Aug 30, 2014
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Posts tagged: Smiley Culture

Inna New Style: Fashion Records Returns

Words by Jesse Serwer, via Shimmy Shimmy

Fashion Records, the U.K. record label which helped put British dancehall on the map with Smiley Culture’s “Cockney Translation” and “Police Officer” and later released hits from Cutty Ranks and Frankie Paul among others, has risen from the ashes. Fashion in Fine Style: Significant Hits, Vol. 1, a 20-track compilation featuring Cutty Ranks’ “The Stopper,” Dee Sharp’s “Dub It Up” is now available on iTunes.

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Cockney & Yardie: Heatwave’s UK Runnings, July 2011

Words by Gabriel Heatwave

Gappy Ranks is continuing to lead the way for UK dancehall reggae acts around the world. His world tour has been blazing up everywhere from San Francisco to Sydney and Miami to Montpellier. Next month he’s at reggae festivals throughout Europe–Belgium, Germany, France, Italy and Spain–before crowning it all with an appearance at London’s Notting Hill Carnival.

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Cockney & Yardie: Heatwave’s UK Update, April 2011

Words by Gabriel Heatwave

Mr. Williamz

Mr. Williamz

It’s been a bumper few weeks for UK dancehall. In last month’s update, I mentioned that there are many reasons to be optimistic about the current state of the music over here. Here are some of those reasons:

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Cockney & Yardie: Heatwave’s UK Update, March 2011

Words by Gabriel Heatwave

Smiley Culture 01

First up this month is the tragic news that Smiley Culture, UK dancehall icon and a key inspiration for this column, has died, aged 48. In fact, we’re dedicating the whole of this month’s update to his memory and legacy. The circumstances surrounding his death are somewhat mysterious, with some debate over how his fatal stab wound was inflicted during a police raid on his home just outside London. An investigation by the Independent Police Complaints Commission is underway and there have been calls for a full public inquiry into his death.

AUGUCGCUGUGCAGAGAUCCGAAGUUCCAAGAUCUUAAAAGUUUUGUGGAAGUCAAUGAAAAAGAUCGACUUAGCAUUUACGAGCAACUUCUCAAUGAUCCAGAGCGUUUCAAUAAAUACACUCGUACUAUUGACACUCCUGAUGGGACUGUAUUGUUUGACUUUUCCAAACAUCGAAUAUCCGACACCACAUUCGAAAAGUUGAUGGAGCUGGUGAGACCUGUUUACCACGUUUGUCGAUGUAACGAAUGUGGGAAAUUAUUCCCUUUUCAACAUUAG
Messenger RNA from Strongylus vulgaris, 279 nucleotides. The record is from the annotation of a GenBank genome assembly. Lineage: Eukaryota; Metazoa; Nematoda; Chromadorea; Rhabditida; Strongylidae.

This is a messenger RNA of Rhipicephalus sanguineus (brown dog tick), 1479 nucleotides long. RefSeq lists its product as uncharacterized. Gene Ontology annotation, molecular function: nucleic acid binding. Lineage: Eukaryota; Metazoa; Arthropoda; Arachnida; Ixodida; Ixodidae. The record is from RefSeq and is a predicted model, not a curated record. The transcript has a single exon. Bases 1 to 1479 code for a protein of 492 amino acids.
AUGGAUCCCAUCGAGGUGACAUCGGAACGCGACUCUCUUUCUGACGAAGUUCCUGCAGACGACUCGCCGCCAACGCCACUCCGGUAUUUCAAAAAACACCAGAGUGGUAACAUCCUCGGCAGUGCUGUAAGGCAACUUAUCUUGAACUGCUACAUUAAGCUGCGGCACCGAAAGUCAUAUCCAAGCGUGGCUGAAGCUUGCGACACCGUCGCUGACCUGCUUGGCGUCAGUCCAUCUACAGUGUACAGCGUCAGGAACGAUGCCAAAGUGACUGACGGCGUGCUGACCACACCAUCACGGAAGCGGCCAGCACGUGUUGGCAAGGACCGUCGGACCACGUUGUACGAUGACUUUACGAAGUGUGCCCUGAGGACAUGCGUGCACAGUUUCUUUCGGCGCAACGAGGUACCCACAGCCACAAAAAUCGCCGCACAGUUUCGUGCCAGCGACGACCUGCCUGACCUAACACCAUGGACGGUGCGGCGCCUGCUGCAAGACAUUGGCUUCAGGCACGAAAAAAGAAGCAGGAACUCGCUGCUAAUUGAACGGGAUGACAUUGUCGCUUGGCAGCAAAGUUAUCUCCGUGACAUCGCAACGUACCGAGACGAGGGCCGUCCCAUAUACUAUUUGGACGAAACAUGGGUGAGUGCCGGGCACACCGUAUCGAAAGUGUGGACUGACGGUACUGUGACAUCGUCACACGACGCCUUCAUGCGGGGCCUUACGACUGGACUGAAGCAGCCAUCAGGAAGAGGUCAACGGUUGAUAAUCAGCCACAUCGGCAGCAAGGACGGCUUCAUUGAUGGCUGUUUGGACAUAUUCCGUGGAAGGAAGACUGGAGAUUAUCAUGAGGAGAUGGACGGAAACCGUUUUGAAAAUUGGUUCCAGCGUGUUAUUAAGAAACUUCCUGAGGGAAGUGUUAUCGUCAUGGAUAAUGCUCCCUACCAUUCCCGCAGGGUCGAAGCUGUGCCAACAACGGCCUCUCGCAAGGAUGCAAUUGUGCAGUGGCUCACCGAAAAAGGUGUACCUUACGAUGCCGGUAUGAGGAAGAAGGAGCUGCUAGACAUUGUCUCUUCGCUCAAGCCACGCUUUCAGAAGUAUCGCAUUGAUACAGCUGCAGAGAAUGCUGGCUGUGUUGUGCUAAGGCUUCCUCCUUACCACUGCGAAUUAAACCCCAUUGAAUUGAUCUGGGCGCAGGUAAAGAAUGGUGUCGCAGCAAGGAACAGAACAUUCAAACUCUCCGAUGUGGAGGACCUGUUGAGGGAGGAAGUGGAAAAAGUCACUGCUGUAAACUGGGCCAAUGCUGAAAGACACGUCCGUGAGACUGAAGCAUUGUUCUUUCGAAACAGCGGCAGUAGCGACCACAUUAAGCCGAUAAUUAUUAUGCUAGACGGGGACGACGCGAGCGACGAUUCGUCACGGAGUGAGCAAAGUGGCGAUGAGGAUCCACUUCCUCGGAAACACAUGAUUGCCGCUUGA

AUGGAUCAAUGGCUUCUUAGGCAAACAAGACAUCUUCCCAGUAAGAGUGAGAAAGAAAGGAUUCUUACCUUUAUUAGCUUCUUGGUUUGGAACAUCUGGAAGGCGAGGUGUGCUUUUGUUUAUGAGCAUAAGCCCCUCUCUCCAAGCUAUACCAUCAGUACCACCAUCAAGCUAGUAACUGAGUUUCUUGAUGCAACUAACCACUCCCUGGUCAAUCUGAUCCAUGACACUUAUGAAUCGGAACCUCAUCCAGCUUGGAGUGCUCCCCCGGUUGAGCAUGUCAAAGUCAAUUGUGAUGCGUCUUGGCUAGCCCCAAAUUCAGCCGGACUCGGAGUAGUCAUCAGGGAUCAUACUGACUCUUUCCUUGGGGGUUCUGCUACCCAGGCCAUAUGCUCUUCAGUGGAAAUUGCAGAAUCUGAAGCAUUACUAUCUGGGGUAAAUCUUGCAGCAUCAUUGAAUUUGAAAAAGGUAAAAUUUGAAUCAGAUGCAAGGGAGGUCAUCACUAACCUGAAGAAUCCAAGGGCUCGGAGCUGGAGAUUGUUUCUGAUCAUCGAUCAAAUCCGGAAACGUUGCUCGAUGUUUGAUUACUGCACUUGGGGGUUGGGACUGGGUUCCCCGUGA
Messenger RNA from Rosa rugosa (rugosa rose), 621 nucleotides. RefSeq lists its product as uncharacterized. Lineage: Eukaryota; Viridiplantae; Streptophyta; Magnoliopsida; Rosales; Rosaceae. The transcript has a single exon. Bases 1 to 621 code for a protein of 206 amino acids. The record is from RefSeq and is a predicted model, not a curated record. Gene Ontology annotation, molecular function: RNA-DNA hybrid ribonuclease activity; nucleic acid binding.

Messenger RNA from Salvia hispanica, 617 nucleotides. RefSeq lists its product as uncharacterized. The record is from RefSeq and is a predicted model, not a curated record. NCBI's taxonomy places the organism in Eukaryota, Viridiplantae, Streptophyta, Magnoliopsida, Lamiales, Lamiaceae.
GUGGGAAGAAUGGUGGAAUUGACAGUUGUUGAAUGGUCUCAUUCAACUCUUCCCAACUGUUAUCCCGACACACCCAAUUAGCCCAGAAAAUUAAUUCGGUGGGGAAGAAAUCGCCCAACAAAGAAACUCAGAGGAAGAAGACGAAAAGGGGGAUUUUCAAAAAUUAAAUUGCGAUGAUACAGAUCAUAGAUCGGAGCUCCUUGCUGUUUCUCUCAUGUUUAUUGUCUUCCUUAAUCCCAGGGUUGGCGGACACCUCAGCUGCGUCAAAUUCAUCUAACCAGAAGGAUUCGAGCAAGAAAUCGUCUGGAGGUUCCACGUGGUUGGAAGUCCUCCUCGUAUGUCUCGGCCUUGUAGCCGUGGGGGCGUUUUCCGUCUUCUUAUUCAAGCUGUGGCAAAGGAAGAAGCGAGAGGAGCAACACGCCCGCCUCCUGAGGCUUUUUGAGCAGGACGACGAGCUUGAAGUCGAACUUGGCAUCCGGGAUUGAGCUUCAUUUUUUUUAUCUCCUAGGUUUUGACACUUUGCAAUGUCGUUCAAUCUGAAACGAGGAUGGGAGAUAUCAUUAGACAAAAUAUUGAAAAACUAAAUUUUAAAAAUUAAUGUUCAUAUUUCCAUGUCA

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Throwback Thursdays: Reggae Pon “Top of the Pops”

Words by Jesse Serwer

bob_marley

In light of this Cockney & Yardie trip we’ve been on recently (for better or worse), we thought we’d take a journey through the reggae/dancehall archives of the British hits showcase Top of the Pops, which aired on the BBC every Thursday night from 1964 until 1996 (and at various other, less-watched timeslots until 2006). Brits have better taste than us Yanks, or at least they did at that time, so while you’d be hard pressed to name any reggae acts who ever appeared on American Bandstand (or even Soul Train), TOTP‘s history is littered with memorable appearances, lip-synced or otherwise, from Jamaican and homegrown British reggae acts. Among those who gained some of their greatest exposure from the show are Dave and Ansel Collins (One of the first Jamaican acts to appear, in 1971), Althea and Donna (Their delightfully off-key rendition of “Uptown Top Ranking” might be the most thrilling of the bunch), and the late UK dancehall pioneer Smiley Culture (Doing”Police Officer,” a song that has just now taken on new meaning given the circumstances of his death on Tuesday). The series, which also hosted two of Bob Marley’s only network-TV appearances, fortunately lives on in Top of the Pops 2, which still airs classic, OG TOTP footage on BBC Two to this date. Here are some gems that have made it to Youtube, in chronological order.

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Rest In Peace: Smiley Culture

Words by Eddie STATS Houghton

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Throwback Thursdays has come two days early this week, for the worst of reasons. We’ve just received news that Smiley Culture, innovator of the MC style of reggae in the UK,  has passed away in an incident involving the police in East Surrey, where he lived. Ironically, after years of obscurity, Smiley had just received a spot of press attention, having his pivotal role highlighted in the BBC Reggae Britannia documentary (not to mention our own Top 10 UK Dub & Reggae Anthems). There are already conflicting versions of events flying around, so we will leave to our UK correspondent Gabe Heatwave to tell us what it all means. For the moment, let us run tune and raise a pint in memory of a true pioneer.

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